Roses **.* by Leila Meacham
I’m joining Jain with my Edible Book Review at Food for Thought, where in her words, pages from your book magically mix with the kitchen and your camera.
and Michael Lee at Designs by Gollum for Foodie Friday. . . the perfect little food corner in blogland.
This book for me is a classic example of “don’t judge a book by it’s cover”. The jacket, which is beautiful, also shows this:
I’m sorry to say, that was not the case for me. It’s been compared to Gone with the Wind and The Thornbirds. I really wanted to like this book. I was disappointed and found it hard to finish. I lost interest and for the most part found the characters annoying and family members down right cruel.
“The Warwicks, descended from the House of York, grew only white roses in their gardens, while the Tolivers cultivated exclusively red roses, the symbol of the House of Lancaster.”
“The red and white rose. . .They will be a reminder of my duty to our friendship, to our joint endeavors. And if I should offend you, I will send a red rose to ask for forgiveness. And if I receive one tendered for that purpose, I will return a white rose to say that all is forgiven.”
This multi-generation family saga, involves star-crossed lovers, family secrets, and pride and passion for the land. Three founding families star in this story, that takes place in a small Texas town: the Tolivers, who grow cotton, the Warwicks, who mine timber, and the DuMonts, who sell luxury dry goods.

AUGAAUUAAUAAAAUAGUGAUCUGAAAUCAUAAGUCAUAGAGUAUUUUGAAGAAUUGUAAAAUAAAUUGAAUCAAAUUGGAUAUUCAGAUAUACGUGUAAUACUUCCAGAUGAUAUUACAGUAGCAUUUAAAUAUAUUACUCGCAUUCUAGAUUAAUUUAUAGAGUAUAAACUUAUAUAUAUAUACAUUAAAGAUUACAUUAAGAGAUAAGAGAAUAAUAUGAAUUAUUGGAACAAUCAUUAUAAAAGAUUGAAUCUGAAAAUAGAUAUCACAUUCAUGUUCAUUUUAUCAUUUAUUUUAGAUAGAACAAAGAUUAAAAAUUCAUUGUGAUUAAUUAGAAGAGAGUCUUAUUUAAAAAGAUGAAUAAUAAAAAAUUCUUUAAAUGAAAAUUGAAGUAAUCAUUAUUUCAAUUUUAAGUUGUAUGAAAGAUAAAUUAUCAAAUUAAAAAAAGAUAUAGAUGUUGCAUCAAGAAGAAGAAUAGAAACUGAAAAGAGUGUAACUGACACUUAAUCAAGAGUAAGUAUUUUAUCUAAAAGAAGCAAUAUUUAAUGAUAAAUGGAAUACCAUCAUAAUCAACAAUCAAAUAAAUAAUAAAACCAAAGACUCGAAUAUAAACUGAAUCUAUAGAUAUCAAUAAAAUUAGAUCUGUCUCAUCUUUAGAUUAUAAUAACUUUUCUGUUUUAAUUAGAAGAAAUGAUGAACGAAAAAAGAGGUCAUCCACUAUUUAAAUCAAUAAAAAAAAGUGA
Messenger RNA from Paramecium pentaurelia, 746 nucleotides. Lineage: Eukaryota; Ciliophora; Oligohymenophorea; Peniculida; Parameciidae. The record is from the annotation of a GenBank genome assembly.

“It was a well-known fact that while they lived in one another’s pockets socially, they worked and prospered separately. It was a rule established at the beginning that each man’s enterprise must rise and fall by his own merits–without financial aid or assistance from the others.”
Told in three parts, by three characters’ points of view, this tale spans nearly 100 years and begins with Mary Toliver’s story in 1916.
The Toliver’s cotton plantation, Somerset, is bequeathed to Mary by her father at the tender age of 16, alienating her from her older brother’s and her mother’s affections.
There were not a lot of food mentions in the book, here is one with the Toliver’s housekeeper, Sassie and her cinnamon rolls:
Ina Garten Easy Sticky Buns Recipe (masquerading as cinnamon rolls, I left the raisins out of Ina’s recipe and used pecans instead)
And of course, to look like cinnamon rolls, they had to have icing :-)
Icing Recipe Here
I have to admit, these sticky buns were yummy without the icing, if fact, my husband preferred them that way :-)
And another food vignette I stumbled on with Percy and Mary, picnicking on chicken salad and croissants:
Apricot-Almond Chicken Salad
1 cup sliced almonds, toasted
3 cups chopped cooked chicken
1 cup chopped dried apricots
1 cup halved green grapes
3/4 cup sliced celery
1/4 cup mayonnaise
1/2 cup plain greek-style yogurt
2 tsp. grated fresh ginger (I used 1 tsp. for our tastes)
3 tablespoons apricot preserves
Salt and pepper to taste
Stir together mayo, yogurt, ginger, and apricot preserves in a large bowl. Season with salt and pepper to taste; add chicken, apricots, celery, grapes, and almonds, tossing gently. Chill until ready to serve.
“The writing of Roses is fraught with problems. First, it is formal and stilted, as though the book were written in the 1950s rather than in 2009. The main characters are sketchily drawn, and Mary, in particular, is as much characterized by her clothes as by her thoughts, which are few.” – The Cleveland Plain Dealer
I’m afraid I tend to agree with this review, rather than those I ran across on Amazon. If you care to, you can read more for yourself, Here.
“Red is to ask forgiveness, white to say forgiveness granted, pink to say forgiveness withheld.”
Be sure to stop by Designs by Gollum for Foodie Friday Favorites & Food for Thought to see what everyone is reading and eating.